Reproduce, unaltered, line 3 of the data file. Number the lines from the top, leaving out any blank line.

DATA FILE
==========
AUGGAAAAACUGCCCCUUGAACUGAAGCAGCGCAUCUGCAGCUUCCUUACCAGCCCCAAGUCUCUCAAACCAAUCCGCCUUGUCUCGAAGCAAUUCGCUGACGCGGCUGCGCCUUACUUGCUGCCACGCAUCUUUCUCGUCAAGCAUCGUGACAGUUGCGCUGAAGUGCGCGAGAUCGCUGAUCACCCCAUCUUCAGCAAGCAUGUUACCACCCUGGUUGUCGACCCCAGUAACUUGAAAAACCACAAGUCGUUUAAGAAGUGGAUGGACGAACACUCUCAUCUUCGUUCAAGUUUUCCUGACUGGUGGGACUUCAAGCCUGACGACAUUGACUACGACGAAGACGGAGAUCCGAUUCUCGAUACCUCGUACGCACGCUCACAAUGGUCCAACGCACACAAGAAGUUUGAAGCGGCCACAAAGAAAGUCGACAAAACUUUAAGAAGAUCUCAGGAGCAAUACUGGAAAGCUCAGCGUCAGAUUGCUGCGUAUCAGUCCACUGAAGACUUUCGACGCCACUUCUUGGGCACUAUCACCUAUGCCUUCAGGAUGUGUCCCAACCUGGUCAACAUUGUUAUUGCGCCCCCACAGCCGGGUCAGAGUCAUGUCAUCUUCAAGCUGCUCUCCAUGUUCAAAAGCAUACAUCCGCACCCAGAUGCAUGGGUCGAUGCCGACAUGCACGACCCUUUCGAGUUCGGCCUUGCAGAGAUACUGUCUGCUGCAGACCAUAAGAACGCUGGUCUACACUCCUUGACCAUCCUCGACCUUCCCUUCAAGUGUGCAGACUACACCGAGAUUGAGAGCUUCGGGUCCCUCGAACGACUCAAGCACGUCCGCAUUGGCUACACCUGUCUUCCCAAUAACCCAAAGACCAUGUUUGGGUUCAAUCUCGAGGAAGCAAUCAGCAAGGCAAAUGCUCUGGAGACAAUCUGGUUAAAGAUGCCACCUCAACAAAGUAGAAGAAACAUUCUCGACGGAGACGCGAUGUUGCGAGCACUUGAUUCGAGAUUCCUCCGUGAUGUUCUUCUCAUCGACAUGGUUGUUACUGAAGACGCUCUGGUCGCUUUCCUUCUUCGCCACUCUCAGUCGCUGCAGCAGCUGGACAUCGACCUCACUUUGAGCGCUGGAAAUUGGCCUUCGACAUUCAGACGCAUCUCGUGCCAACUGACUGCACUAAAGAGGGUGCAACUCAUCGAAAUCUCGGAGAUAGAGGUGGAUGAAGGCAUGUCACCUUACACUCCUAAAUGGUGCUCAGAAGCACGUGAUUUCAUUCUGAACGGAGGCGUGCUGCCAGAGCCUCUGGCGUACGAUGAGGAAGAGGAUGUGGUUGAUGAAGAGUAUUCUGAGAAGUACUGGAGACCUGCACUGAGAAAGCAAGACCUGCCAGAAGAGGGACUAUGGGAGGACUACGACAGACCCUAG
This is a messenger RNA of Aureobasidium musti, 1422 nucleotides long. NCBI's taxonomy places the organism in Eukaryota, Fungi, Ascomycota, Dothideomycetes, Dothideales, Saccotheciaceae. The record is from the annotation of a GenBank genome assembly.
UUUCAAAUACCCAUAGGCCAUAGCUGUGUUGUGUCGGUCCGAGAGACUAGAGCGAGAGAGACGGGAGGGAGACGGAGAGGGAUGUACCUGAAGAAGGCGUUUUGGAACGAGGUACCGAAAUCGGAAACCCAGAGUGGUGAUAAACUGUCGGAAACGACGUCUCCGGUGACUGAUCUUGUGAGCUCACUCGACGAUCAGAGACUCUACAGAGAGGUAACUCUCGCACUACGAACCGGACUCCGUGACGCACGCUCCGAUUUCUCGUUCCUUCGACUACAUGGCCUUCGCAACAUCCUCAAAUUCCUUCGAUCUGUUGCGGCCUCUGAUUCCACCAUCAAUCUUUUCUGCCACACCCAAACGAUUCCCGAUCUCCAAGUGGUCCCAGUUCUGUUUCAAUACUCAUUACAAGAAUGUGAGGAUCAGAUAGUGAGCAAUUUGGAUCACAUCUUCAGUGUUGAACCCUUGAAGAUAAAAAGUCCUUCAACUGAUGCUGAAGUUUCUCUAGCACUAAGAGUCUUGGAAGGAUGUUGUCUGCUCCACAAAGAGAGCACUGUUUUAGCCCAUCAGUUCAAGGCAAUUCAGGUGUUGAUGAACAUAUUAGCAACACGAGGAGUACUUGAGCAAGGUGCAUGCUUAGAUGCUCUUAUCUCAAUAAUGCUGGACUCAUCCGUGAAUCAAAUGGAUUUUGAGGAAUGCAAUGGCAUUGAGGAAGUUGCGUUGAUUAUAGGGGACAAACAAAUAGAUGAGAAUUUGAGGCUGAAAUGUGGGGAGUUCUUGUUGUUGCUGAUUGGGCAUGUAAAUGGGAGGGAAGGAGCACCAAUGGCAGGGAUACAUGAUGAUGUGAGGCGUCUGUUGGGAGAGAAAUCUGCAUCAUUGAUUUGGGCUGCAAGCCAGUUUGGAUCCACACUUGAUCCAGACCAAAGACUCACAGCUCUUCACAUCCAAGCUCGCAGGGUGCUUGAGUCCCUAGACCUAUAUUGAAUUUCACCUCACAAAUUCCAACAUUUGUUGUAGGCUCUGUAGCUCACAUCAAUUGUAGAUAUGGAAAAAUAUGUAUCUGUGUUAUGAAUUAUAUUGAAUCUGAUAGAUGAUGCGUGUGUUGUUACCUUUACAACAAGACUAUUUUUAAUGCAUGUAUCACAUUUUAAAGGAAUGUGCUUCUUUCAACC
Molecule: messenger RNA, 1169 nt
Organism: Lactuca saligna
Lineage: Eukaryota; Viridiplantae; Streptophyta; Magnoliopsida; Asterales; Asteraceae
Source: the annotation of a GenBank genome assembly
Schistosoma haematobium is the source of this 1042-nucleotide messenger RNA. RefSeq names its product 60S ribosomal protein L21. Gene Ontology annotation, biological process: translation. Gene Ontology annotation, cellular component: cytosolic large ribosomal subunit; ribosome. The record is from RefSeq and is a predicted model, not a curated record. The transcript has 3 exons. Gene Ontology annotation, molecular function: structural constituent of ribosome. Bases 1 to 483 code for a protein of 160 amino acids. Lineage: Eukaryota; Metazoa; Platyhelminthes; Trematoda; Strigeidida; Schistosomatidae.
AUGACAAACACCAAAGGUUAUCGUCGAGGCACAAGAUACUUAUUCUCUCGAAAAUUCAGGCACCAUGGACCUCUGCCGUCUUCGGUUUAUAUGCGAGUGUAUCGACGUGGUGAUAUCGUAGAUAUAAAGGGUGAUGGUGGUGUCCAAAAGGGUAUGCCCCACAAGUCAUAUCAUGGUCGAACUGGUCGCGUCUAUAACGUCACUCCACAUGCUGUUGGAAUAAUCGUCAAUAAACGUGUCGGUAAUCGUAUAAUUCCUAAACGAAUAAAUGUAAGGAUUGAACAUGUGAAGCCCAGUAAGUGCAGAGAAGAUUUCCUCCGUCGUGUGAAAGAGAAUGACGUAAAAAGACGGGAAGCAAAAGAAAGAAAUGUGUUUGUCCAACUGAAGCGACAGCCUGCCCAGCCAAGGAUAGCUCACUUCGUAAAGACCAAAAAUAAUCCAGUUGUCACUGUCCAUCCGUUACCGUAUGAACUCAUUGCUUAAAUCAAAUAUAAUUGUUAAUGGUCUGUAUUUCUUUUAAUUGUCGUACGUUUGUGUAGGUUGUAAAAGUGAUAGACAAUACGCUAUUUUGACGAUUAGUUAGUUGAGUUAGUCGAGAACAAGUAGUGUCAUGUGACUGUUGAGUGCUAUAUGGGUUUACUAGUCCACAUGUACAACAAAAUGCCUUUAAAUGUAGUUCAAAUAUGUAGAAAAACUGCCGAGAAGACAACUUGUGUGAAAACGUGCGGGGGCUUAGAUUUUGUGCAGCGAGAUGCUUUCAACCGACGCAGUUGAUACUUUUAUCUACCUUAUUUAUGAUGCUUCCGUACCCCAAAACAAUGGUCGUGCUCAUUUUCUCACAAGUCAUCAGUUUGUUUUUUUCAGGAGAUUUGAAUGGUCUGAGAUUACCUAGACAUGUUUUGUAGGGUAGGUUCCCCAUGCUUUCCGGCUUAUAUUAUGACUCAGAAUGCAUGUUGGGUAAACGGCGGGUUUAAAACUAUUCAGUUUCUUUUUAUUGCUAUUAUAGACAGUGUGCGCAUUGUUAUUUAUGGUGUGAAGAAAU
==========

UUUCAAAUACCCAUAGGCCAUAGCUGUGUUGUGUCGGUCCGAGAGACUAGAGCGAGAGAGACGGGAGGGAGACGGAGAGGGAUGUACCUGAAGAAGGCGUUUUGGAACGAGGUACCGAAAUCGGAAACCCAGAGUGGUGAUAAACUGUCGGAAACGACGUCUCCGGUGACUGAUCUUGUGAGCUCACUCGACGAUCAGAGACUCUACAGAGAGGUAACUCUCGCACUACGAACCGGACUCCGUGACGCACGCUCCGAUUUCUCGUUCCUUCGACUACAUGGCCUUCGCAACAUCCUCAAAUUCCUUCGAUCUGUUGCGGCCUCUGAUUCCACCAUCAAUCUUUUCUGCCACACCCAAACGAUUCCCGAUCUCCAAGUGGUCCCAGUUCUGUUUCAAUACUCAUUACAAGAAUGUGAGGAUCAGAUAGUGAGCAAUUUGGAUCACAUCUUCAGUGUUGAACCCUUGAAGAUAAAAAGUCCUUCAACUGAUGCUGAAGUUUCUCUAGCACUAAGAGUCUUGGAAGGAUGUUGUCUGCUCCACAAAGAGAGCACUGUUUUAGCCCAUCAGUUCAAGGCAAUUCAGGUGUUGAUGAACAUAUUAGCAACACGAGGAGUACUUGAGCAAGGUGCAUGCUUAGAUGCUCUUAUCUCAAUAAUGCUGGACUCAUCCGUGAAUCAAAUGGAUUUUGAGGAAUGCAAUGGCAUUGAGGAAGUUGCGUUGAUUAUAGGGGACAAACAAAUAGAUGAGAAUUUGAGGCUGAAAUGUGGGGAGUUCUUGUUGUUGCUGAUUGGGCAUGUAAAUGGGAGGGAAGGAGCACCAAUGGCAGGGAUACAUGAUGAUGUGAGGCGUCUGUUGGGAGAGAAAUCUGCAUCAUUGAUUUGGGCUGCAAGCCAGUUUGGAUCCACACUUGAUCCAGACCAAAGACUCACAGCUCUUCACAUCCAAGCUCGCAGGGUGCUUGAGUCCCUAGACCUAUAUUGAAUUUCACCUCACAAAUUCCAACAUUUGUUGUAGGCUCUGUAGCUCACAUCAAUUGUAGAUAUGGAAAAAUAUGUAUCUGUGUUAUGAAUUAUAUUGAAUCUGAUAGAUGAUGCGUGUGUUGUUACCUUUACAACAAGACUAUUUUUAAUGCAUGUAUCACAUUUUAAAGGAAUGUGCUUCUUUCAACC